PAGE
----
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Chalk Talk: Gluszek on the Wiggle Wart

Chalk Talk: Gluszek on the Wiggle Wart

(Editor's note: The following is the latest installment in a series of fishing tips presented by The Bass University. Check back each Friday for a new tip.)

The Storm Wiggle Wart may be known as an Ozarks-region mainstay and bass magnet, but Bass University founder Pete Gluszek has long used one from coast to coast, throughout the seasons.

“This bait's been around a long time,” he said. “A lot longer than I’ve been fishing.” He especially likes it on multi-species lakes – those with some combination of largemouths, smallmouths and spots. “You want a bait that can really get all of those bass to trigger.”

While some newer crankbaits may be sexier, the Wiggle Wart produces year after year after year because of its universally attractive qualities: It dives to 6 to 8 feet, depending on line size; it has rattles; it has a slightly wider wobble than the also-deadly Rapala DT6; and it deflects off of rock and wood.

Gluszek possesses dozens of colors of Warts, but three main patterns do most of his damage. Any time the fish are feeding primarily on crawfish, he likes reds and browns, regardless of the season. When fishing for smallmouths, regardless of whether it’s sunny or cloudy, he’ll often employ “bright, vibrant colors,” often with chartreuse. “I like to fish it higher up in the water column,” he said, noting that those gaudy shades will pull fish up out of 15 or 20 feet of water. The third main pattern is a shad imitation, which he’ll use whenever the bass are keyed in on baitfish. “I like to keep it really, really simple.”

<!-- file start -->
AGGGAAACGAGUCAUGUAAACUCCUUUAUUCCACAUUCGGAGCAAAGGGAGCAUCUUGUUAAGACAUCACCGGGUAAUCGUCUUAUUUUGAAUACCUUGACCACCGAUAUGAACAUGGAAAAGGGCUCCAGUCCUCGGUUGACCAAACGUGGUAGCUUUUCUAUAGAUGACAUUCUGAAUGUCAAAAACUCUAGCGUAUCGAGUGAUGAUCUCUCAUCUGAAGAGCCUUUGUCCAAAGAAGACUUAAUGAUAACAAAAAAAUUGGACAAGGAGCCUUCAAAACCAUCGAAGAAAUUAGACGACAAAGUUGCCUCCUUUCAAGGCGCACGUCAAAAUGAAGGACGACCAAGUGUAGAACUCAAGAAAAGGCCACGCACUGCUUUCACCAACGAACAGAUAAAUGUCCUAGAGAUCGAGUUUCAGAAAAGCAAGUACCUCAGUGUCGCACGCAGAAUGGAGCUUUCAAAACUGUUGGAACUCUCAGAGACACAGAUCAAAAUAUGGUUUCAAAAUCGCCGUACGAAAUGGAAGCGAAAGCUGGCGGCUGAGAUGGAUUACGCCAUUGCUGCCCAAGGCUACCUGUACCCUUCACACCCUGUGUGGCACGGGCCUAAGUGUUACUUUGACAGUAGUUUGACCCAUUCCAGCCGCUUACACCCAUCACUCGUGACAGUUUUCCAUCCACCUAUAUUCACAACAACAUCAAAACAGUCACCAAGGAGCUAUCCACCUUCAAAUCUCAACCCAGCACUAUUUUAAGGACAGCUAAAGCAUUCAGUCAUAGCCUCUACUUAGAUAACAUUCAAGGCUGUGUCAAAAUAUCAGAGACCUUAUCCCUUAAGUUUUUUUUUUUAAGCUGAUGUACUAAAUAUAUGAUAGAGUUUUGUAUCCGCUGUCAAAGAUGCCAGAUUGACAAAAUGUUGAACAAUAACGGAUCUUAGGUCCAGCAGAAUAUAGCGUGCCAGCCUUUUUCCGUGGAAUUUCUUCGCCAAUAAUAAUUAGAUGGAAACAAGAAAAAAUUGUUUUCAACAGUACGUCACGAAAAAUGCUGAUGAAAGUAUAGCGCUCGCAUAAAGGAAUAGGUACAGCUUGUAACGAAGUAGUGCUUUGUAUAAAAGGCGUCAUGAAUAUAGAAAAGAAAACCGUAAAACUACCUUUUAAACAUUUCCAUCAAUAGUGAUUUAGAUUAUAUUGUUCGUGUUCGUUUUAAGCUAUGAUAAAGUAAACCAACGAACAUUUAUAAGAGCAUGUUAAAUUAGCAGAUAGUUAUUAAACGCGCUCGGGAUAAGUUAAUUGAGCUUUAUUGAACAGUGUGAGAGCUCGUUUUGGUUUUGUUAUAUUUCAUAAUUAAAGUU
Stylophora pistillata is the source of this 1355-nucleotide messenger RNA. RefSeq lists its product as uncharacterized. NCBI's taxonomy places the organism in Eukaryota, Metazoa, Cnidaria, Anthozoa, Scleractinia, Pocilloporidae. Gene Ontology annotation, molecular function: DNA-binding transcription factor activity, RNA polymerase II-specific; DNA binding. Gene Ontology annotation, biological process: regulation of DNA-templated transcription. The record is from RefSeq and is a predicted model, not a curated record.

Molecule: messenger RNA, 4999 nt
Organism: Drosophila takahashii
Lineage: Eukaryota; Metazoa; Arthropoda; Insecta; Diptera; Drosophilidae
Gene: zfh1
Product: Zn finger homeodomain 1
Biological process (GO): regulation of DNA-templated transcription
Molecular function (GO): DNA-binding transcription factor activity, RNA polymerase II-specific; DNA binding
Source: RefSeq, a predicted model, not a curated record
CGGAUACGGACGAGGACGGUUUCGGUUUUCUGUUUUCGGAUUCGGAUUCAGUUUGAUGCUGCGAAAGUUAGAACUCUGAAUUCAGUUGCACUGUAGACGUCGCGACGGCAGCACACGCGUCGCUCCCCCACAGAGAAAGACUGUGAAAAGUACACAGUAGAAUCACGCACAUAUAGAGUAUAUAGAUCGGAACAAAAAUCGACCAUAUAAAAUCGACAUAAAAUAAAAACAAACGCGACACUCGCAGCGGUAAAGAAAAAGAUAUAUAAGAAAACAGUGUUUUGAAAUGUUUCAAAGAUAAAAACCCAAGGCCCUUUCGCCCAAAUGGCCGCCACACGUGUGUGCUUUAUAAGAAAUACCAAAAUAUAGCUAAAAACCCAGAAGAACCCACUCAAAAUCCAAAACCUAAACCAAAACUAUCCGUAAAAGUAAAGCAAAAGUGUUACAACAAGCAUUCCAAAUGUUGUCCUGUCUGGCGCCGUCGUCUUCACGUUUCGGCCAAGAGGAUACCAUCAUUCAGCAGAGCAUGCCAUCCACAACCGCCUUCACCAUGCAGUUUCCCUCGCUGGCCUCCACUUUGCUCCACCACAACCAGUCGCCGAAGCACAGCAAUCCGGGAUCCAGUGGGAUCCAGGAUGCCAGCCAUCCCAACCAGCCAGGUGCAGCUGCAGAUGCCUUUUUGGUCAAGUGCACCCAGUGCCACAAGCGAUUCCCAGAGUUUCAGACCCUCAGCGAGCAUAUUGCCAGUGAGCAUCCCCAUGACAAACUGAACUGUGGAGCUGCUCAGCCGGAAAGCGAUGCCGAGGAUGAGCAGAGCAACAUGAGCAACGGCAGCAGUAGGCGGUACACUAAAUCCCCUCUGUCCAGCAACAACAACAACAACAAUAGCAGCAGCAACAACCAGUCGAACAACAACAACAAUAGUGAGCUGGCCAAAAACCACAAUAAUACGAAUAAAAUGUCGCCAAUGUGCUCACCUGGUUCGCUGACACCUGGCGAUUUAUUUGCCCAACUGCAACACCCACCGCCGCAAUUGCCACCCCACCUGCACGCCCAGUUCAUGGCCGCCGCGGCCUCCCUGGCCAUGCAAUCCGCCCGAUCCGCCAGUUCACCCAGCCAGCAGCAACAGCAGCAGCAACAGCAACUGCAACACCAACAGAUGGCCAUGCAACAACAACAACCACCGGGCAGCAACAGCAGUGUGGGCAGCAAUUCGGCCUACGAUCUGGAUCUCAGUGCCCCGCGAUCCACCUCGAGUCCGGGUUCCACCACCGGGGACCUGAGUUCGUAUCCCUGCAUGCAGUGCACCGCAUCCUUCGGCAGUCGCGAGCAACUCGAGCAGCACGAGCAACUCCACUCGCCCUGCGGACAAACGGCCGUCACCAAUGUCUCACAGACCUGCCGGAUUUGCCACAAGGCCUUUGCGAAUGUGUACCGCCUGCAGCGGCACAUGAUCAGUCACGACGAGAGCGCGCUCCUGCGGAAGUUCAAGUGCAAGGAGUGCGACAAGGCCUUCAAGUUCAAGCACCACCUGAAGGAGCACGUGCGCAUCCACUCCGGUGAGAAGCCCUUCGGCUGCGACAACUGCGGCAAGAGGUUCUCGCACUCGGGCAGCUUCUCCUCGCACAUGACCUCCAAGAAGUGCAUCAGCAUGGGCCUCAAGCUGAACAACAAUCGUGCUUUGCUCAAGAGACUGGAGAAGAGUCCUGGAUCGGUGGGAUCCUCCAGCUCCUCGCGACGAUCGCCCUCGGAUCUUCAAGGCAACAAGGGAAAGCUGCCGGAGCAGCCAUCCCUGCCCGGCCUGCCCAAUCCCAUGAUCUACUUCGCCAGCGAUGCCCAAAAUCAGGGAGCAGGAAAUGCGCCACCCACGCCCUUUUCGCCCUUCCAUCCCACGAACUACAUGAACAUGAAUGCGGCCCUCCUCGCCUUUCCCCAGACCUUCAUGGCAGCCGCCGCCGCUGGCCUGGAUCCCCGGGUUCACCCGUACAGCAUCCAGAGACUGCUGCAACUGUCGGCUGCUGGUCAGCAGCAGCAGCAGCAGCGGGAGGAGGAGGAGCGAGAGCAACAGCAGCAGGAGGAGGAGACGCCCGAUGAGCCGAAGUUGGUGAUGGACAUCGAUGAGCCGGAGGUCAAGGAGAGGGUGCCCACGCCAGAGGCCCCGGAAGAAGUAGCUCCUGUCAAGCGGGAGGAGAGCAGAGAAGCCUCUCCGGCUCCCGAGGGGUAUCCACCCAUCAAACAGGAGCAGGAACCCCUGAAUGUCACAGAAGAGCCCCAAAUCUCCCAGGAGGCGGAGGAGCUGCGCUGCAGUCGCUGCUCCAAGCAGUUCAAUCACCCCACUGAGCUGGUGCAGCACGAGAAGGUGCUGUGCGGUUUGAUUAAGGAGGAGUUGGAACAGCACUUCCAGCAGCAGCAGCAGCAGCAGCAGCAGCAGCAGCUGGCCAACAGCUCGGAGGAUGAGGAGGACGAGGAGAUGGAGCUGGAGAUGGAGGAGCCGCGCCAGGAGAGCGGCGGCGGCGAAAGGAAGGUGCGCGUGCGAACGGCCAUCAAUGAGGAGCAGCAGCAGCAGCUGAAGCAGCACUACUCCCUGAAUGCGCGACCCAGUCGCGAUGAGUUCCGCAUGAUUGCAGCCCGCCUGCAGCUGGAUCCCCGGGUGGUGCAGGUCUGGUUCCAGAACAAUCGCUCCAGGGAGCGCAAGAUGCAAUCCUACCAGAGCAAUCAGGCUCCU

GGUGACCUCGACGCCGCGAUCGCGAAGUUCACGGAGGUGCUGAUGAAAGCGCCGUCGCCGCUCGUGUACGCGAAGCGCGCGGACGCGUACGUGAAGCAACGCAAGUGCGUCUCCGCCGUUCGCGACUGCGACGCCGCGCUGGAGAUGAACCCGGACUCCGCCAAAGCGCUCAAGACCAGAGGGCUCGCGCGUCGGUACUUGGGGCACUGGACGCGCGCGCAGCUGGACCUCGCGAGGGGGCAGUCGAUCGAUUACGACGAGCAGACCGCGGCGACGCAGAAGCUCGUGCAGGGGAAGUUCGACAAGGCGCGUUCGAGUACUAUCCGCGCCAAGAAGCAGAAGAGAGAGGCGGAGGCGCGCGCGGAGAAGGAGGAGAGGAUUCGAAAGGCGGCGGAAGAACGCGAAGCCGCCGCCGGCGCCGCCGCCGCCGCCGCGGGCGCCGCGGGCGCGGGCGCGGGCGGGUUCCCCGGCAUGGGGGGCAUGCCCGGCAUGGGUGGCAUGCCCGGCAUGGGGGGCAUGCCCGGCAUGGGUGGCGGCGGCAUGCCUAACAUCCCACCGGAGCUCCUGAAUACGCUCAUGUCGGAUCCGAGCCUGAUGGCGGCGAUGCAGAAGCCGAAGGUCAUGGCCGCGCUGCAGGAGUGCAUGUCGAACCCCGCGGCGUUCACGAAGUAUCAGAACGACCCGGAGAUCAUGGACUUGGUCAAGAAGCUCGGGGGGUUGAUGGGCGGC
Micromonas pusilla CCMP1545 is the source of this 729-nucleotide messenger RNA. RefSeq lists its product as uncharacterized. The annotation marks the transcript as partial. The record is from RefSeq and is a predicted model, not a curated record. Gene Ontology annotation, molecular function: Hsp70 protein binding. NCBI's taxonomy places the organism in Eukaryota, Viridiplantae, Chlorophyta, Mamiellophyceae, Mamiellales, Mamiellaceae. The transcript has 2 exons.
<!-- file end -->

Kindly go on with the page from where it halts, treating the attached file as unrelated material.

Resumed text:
He fishes the Warts on a John Crews signature series cranking rod from Cashion. Even though it’s not a particularly deep diver, he’ll often use the 7’11” model. That enables him to make long casts, get the lure down to its maximum depth, and keep it there. It also means that when he hooks a fish at a long distance, he can keep pressure on it during the fight. When fishing close targets he may go to a slightly shorter rod, but still within the same series. He’ll pair them with a 7:1 or even an 8:1 baitcasting reel spooled with 10- to 14-pound Gamma Edge fluorocarbon “depending on what I want to do with the bait.” If he’s around zebra mussels or other heavy cover, he errs toward the heavier extreme, but when it’s critical to maximize depth or vibration he’ll use 10 whenever possible.

He’s also a stickler for fresh, quality trebles.

“Hooks are really your direct connection with the fish,” he explained. While some crankers like to upsize their treble hooks whenever possible, Gluszek sticks with a standard wire diameter No. 6 EWG-style hook almost all of the time. They provide great hook penetration and surprisingly strong holding power. However, at the first sign of fatigue or wear he swaps out the suspect hook for a fresh one, not wanting an easy fix to be the difference between success and heartbreak.

If you want to learn some of the other ways in which Gluszek has used the Wiggle Wart to his advantage, along with some of the “crazy” colors he’s used to trigger reluctant bass to bite, check out his full video, available only by subscribing to The Bass University TV.

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